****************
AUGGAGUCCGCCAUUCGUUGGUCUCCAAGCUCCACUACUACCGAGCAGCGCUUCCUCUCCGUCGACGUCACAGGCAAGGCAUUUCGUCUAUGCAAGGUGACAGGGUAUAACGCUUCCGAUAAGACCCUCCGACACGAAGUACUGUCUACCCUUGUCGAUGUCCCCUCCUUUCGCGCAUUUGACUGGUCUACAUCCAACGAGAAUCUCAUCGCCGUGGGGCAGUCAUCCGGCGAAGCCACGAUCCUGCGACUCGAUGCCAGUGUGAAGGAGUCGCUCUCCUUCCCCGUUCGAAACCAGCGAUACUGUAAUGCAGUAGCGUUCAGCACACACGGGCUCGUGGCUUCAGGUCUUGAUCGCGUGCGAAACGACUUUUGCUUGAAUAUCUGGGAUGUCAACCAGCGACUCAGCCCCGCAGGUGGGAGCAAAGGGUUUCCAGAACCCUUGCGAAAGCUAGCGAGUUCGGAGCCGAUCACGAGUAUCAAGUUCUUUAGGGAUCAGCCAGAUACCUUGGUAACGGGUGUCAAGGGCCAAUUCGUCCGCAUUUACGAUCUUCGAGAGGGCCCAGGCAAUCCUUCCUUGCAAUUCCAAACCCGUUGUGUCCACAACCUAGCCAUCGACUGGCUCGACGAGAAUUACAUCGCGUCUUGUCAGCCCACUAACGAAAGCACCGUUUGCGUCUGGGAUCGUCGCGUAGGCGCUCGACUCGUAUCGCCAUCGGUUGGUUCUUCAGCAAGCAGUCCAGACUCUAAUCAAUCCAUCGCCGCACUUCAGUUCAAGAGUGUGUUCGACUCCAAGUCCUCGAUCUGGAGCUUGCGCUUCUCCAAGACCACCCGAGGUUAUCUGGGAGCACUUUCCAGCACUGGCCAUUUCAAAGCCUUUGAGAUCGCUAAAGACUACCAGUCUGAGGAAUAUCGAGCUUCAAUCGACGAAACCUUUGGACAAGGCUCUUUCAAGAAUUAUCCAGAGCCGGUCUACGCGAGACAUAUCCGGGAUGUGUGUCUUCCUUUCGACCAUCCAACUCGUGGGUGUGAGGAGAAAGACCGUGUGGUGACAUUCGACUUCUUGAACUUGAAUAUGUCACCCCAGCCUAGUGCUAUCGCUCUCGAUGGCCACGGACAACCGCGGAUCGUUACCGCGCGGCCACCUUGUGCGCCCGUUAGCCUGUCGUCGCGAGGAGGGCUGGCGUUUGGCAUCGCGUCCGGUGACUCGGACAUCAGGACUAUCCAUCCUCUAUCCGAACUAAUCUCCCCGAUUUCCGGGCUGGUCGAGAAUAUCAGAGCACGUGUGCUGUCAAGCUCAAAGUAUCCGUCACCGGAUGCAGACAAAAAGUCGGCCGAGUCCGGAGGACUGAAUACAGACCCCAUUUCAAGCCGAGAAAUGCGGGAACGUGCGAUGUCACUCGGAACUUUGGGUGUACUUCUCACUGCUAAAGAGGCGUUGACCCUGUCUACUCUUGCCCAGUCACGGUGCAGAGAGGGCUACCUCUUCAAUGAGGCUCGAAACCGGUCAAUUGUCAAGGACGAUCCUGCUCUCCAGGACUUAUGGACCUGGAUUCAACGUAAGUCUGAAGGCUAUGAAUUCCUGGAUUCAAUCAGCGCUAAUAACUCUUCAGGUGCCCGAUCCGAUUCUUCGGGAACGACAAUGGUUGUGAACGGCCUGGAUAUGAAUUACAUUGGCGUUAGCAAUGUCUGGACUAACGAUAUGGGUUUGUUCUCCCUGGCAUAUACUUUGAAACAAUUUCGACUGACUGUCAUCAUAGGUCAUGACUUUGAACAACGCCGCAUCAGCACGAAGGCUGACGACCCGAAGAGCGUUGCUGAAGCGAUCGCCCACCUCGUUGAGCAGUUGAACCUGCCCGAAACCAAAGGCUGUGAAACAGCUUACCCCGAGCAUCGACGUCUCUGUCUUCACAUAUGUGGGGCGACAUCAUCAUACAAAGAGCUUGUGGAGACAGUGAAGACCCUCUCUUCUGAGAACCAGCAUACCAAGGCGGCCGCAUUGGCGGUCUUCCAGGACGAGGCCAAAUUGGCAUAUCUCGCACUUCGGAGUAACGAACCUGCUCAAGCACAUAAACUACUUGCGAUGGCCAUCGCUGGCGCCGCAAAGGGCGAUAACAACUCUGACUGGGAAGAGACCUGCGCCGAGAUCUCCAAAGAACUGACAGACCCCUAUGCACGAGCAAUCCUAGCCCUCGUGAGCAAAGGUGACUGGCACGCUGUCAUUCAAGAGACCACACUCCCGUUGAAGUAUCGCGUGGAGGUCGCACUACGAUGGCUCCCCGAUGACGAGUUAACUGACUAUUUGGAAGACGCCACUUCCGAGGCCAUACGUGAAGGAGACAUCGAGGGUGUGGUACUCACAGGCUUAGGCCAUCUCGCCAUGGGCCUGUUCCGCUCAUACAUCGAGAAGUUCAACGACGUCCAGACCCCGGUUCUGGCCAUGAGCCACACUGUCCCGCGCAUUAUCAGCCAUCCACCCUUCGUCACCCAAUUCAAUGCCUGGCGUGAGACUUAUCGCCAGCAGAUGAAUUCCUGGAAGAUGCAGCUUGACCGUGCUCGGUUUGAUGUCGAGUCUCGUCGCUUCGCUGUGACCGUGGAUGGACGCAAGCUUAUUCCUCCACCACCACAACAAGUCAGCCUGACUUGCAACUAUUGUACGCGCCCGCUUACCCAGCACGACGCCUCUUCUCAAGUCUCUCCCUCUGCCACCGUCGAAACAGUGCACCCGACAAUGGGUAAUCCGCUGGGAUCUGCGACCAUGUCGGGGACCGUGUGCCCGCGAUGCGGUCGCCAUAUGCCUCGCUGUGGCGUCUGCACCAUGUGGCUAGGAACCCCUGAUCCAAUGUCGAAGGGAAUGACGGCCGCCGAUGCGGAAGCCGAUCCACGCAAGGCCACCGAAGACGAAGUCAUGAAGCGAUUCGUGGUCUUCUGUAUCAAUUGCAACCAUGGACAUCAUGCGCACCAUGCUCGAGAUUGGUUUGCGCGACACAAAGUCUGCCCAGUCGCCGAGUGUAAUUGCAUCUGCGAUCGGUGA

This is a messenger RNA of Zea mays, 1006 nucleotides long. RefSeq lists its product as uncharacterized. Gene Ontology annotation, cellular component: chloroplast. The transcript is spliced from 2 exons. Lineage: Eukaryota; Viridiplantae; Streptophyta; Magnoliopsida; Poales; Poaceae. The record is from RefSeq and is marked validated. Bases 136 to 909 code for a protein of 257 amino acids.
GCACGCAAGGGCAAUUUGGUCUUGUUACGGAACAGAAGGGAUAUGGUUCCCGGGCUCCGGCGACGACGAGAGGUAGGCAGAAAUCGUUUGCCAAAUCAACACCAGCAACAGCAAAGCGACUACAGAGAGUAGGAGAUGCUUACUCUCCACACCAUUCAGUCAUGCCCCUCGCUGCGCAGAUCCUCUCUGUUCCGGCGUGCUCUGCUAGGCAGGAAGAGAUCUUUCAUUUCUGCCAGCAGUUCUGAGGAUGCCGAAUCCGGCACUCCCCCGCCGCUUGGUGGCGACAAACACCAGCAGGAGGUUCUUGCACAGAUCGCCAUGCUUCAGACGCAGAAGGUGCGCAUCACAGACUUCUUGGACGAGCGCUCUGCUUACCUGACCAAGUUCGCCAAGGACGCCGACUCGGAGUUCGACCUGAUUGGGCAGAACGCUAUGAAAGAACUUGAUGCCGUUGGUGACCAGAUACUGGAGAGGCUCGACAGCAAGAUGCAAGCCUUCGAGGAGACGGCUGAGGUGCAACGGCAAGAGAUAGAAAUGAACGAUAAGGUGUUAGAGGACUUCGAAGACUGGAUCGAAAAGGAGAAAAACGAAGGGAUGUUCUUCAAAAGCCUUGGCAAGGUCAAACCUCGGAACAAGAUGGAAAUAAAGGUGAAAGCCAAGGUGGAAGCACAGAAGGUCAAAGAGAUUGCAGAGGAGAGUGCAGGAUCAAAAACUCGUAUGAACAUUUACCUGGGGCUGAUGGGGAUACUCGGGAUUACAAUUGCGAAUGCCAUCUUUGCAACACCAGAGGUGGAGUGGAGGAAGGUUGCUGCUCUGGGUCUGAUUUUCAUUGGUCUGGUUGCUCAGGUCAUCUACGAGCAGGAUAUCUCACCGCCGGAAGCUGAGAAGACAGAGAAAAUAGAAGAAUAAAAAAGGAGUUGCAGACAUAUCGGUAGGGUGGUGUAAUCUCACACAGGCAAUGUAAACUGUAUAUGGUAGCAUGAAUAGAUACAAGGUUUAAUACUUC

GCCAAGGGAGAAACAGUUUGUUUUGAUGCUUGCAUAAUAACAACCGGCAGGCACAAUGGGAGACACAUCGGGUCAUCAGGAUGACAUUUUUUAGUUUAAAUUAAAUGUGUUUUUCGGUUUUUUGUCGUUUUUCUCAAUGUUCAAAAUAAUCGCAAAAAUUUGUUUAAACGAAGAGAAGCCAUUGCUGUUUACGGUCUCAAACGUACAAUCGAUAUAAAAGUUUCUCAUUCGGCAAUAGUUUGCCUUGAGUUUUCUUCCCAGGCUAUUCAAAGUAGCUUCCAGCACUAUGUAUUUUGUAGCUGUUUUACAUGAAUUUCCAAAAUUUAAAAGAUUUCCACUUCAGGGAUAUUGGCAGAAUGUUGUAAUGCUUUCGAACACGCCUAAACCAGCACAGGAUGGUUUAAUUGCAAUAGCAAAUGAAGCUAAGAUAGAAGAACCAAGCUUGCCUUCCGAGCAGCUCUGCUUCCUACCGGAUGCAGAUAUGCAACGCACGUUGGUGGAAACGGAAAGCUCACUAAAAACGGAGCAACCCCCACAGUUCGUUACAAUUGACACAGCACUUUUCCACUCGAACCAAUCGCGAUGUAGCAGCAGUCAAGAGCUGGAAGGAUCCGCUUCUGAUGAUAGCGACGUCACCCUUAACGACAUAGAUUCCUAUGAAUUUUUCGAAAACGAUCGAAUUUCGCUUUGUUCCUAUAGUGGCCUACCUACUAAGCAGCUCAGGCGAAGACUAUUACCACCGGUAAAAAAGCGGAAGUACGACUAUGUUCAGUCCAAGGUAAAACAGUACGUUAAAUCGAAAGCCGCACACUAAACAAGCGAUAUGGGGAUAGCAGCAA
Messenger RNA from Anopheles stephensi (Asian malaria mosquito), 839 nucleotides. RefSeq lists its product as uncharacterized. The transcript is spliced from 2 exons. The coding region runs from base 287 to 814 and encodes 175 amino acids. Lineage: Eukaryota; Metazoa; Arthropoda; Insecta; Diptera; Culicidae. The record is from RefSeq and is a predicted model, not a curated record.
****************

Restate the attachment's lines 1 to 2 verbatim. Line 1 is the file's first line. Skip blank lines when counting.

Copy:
AUGGAGUCCGCCAUUCGUUGGUCUCCAAGCUCCACUACUACCGAGCAGCGCUUCCUCUCCGUCGACGUCACAGGCAAGGCAUUUCGUCUAUGCAAGGUGACAGGGUAUAACGCUUCCGAUAAGACCCUCCGACACGAAGUACUGUCUACCCUUGUCGAUGUCCCCUCCUUUCGCGCAUUUGACUGGUCUACAUCCAACGAGAAUCUCAUCGCCGUGGGGCAGUCAUCCGGCGAAGCCACGAUCCUGCGACUCGAUGCCAGUGUGAAGGAGUCGCUCUCCUUCCCCGUUCGAAACCAGCGAUACUGUAAUGCAGUAGCGUUCAGCACACACGGGCUCGUGGCUUCAGGUCUUGAUCGCGUGCGAAACGACUUUUGCUUGAAUAUCUGGGAUGUCAACCAGCGACUCAGCCCCGCAGGUGGGAGCAAAGGGUUUCCAGAACCCUUGCGAAAGCUAGCGAGUUCGGAGCCGAUCACGAGUAUCAAGUUCUUUAGGGAUCAGCCAGAUACCUUGGUAACGGGUGUCAAGGGCCAAUUCGUCCGCAUUUACGAUCUUCGAGAGGGCCCAGGCAAUCCUUCCUUGCAAUUCCAAACCCGUUGUGUCCACAACCUAGCCAUCGACUGGCUCGACGAGAAUUACAUCGCGUCUUGUCAGCCCACUAACGAAAGCACCGUUUGCGUCUGGGAUCGUCGCGUAGGCGCUCGACUCGUAUCGCCAUCGGUUGGUUCUUCAGCAAGCAGUCCAGACUCUAAUCAAUCCAUCGCCGCACUUCAGUUCAAGAGUGUGUUCGACUCCAAGUCCUCGAUCUGGAGCUUGCGCUUCUCCAAGACCACCCGAGGUUAUCUGGGAGCACUUUCCAGCACUGGCCAUUUCAAAGCCUUUGAGAUCGCUAAAGACUACCAGUCUGAGGAAUAUCGAGCUUCAAUCGACGAAACCUUUGGACAAGGCUCUUUCAAGAAUUAUCCAGAGCCGGUCUACGCGAGACAUAUCCGGGAUGUGUGUCUUCCUUUCGACCAUCCAACUCGUGGGUGUGAGGAGAAAGACCGUGUGGUGACAUUCGACUUCUUGAACUUGAAUAUGUCACCCCAGCCUAGUGCUAUCGCUCUCGAUGGCCACGGACAACCGCGGAUCGUUACCGCGCGGCCACCUUGUGCGCCCGUUAGCCUGUCGUCGCGAGGAGGGCUGGCGUUUGGCAUCGCGUCCGGUGACUCGGACAUCAGGACUAUCCAUCCUCUAUCCGAACUAAUCUCCCCGAUUUCCGGGCUGGUCGAGAAUAUCAGAGCACGUGUGCUGUCAAGCUCAAAGUAUCCGUCACCGGAUGCAGACAAAAAGUCGGCCGAGUCCGGAGGACUGAAUACAGACCCCAUUUCAAGCCGAGAAAUGCGGGAACGUGCGAUGUCACUCGGAACUUUGGGUGUACUUCUCACUGCUAAAGAGGCGUUGACCCUGUCUACUCUUGCCCAGUCACGGUGCAGAGAGGGCUACCUCUUCAAUGAGGCUCGAAACCGGUCAAUUGUCAAGGACGAUCCUGCUCUCCAGGACUUAUGGACCUGGAUUCAACGUAAGUCUGAAGGCUAUGAAUUCCUGGAUUCAAUCAGCGCUAAUAACUCUUCAGGUGCCCGAUCCGAUUCUUCGGGAACGACAAUGGUUGUGAACGGCCUGGAUAUGAAUUACAUUGGCGUUAGCAAUGUCUGGACUAACGAUAUGGGUUUGUUCUCCCUGGCAUAUACUUUGAAACAAUUUCGACUGACUGUCAUCAUAGGUCAUGACUUUGAACAACGCCGCAUCAGCACGAAGGCUGACGACCCGAAGAGCGUUGCUGAAGCGAUCGCCCACCUCGUUGAGCAGUUGAACCUGCCCGAAACCAAAGGCUGUGAAACAGCUUACCCCGAGCAUCGACGUCUCUGUCUUCACAUAUGUGGGGCGACAUCAUCAUACAAAGAGCUUGUGGAGACAGUGAAGACCCUCUCUUCUGAGAACCAGCAUACCAAGGCGGCCGCAUUGGCGGUCUUCCAGGACGAGGCCAAAUUGGCAUAUCUCGCACUUCGGAGUAACGAACCUGCUCAAGCACAUAAACUACUUGCGAUGGCCAUCGCUGGCGCCGCAAAGGGCGAUAACAACUCUGACUGGGAAGAGACCUGCGCCGAGAUCUCCAAAGAACUGACAGACCCCUAUGCACGAGCAAUCCUAGCCCUCGUGAGCAAAGGUGACUGGCACGCUGUCAUUCAAGAGACCACACUCCCGUUGAAGUAUCGCGUGGAGGUCGCACUACGAUGGCUCCCCGAUGACGAGUUAACUGACUAUUUGGAAGACGCCACUUCCGAGGCCAUACGUGAAGGAGACAUCGAGGGUGUGGUACUCACAGGCUUAGGCCAUCUCGCCAUGGGCCUGUUCCGCUCAUACAUCGAGAAGUUCAACGACGUCCAGACCCCGGUUCUGGCCAUGAGCCACACUGUCCCGCGCAUUAUCAGCCAUCCACCCUUCGUCACCCAAUUCAAUGCCUGGCGUGAGACUUAUCGCCAGCAGAUGAAUUCCUGGAAGAUGCAGCUUGACCGUGCUCGGUUUGAUGUCGAGUCUCGUCGCUUCGCUGUGACCGUGGAUGGACGCAAGCUUAUUCCUCCACCACCACAACAAGUCAGCCUGACUUGCAACUAUUGUACGCGCCCGCUUACCCAGCACGACGCCUCUUCUCAAGUCUCUCCCUCUGCCACCGUCGAAACAGUGCACCCGACAAUGGGUAAUCCGCUGGGAUCUGCGACCAUGUCGGGGACCGUGUGCCCGCGAUGCGGUCGCCAUAUGCCUCGCUGUGGCGUCUGCACCAUGUGGCUAGGAACCCCUGAUCCAAUGUCGAAGGGAAUGACGGCCGCCGAUGCGGAAGCCGAUCCACGCAAGGCCACCGAAGACGAAGUCAUGAAGCGAUUCGUGGUCUUCUGUAUCAAUUGCAACCAUGGACAUCAUGCGCACCAUGCUCGAGAUUGGUUUGCGCGACACAAAGUCUGCCCAGUCGCCGAGUGUAAUUGCAUCUGCGAUCGGUGA

This is a messenger RNA of Zea mays, 1006 nucleotides long. RefSeq lists its product as uncharacterized. Gene Ontology annotation, cellular component: chloroplast. The transcript is spliced from 2 exons. Lineage: Eukaryota; Viridiplantae; Streptophyta; Magnoliopsida; Poales; Poaceae. The record is from RefSeq and is marked validated. Bases 136 to 909 code for a protein of 257 amino acids.